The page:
Tag Archives: inclusive language

Intersectionality and Peacemaking: The Second Mile, Nonviolence And Inclusive Language

No political correctness

No political correctness (Photo credit: Wikipedia)

“If anyone forces you to go one mile, go with them two miles.”- Matthew 5:41 NIV

Long ago, I blogged on the importance of inclusive language but I think over the years, I have changed somewhat. Inclusive language and its use is a matter of neighborly love, going out of our way to affirm the experience of others, even if this action is rejected. This is the risk that nonviolent practitioners must take. In a Right-Of-Center U.S. political context, political correctness is looked down upon, with an (undue) fear of the “PC POLICE” and government censorship.

Peace theologian John Howard Yoder in a collection of essays The War of the Lamb: The Ethics of Nonviolence and Peacemaking suggests a possible way forward,; referring to his Just War opponents, Yoder says:

“But even if they refuse to hear me, and to respect the restraints they are theoretically committed to, I owe it to their dignity as fellow humans, some of whom are fellow Christians, to address them in terms of their moral culture, not only mine. That readiness, to make oneself vulnerable to the language world of the other, as a part of the ecumenical conversational process, is itself a minority view. For many, the only honorable stance in ecumenical settings is a vigorous advocacy of the rightness of one’s own orthodoxy. For me, the opposite is imperative on grounds of practicality, ethics, and spirituality. My use of their language, taking its potential integrity more seriously than they do, is a form of the second-mile response that Jesus taught and lived. I am not driven by the integrity of their position, which is what needs to be proven and which I doubt, but by the integrity of my own position, which is not dependent on results to be valid.”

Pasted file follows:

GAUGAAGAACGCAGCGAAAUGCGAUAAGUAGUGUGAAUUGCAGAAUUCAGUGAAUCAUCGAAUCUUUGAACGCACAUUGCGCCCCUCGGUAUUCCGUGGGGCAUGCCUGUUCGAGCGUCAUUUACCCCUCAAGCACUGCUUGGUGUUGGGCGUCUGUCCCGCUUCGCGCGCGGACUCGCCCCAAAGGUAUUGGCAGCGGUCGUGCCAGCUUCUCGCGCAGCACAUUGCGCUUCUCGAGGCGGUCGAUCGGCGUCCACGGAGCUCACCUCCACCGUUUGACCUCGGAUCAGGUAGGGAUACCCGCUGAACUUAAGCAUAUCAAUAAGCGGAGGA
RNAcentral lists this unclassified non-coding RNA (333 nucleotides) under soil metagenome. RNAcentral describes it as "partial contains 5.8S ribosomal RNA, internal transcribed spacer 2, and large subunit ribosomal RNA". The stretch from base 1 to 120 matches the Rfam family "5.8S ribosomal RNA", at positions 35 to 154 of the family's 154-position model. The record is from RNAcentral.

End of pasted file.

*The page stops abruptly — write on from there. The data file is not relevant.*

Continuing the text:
While Yoder was talking about primarily advocates of Just War theorists, secular and Christian alike in ecumenical settings, I think one can take this approach to its logical conclusion, and apply it to Peacemaking Christians who wish to engage a religiously and culturally pluralistic society. The second-mile approach to cultural politics relies gives dignity to our interlocutors, and it also requires a pentecostal brand of Christianity that rejects monolingualism: an intercultural, multilingual Christianity where we are required not only to know our own stories well, but others’ stories as well.

What some may refer to as “being politically correct,” others refer to as being culturally intelligent. Language matters, and as co-creators with the Triune God, our words have the power to create and to destroy. As such, knowing our own internalized biases, whether it be white supremacy, misogyny, ableism or classism and guarding against them should be part of nonviolent ethics. The praxis of peacemaking requires not only the languages of restorative justice and confrontation, but reconciliation and meekness as well.

Link to Youtube: PC Police skit

A Lesson From Grad School: Building Your Own Lexicon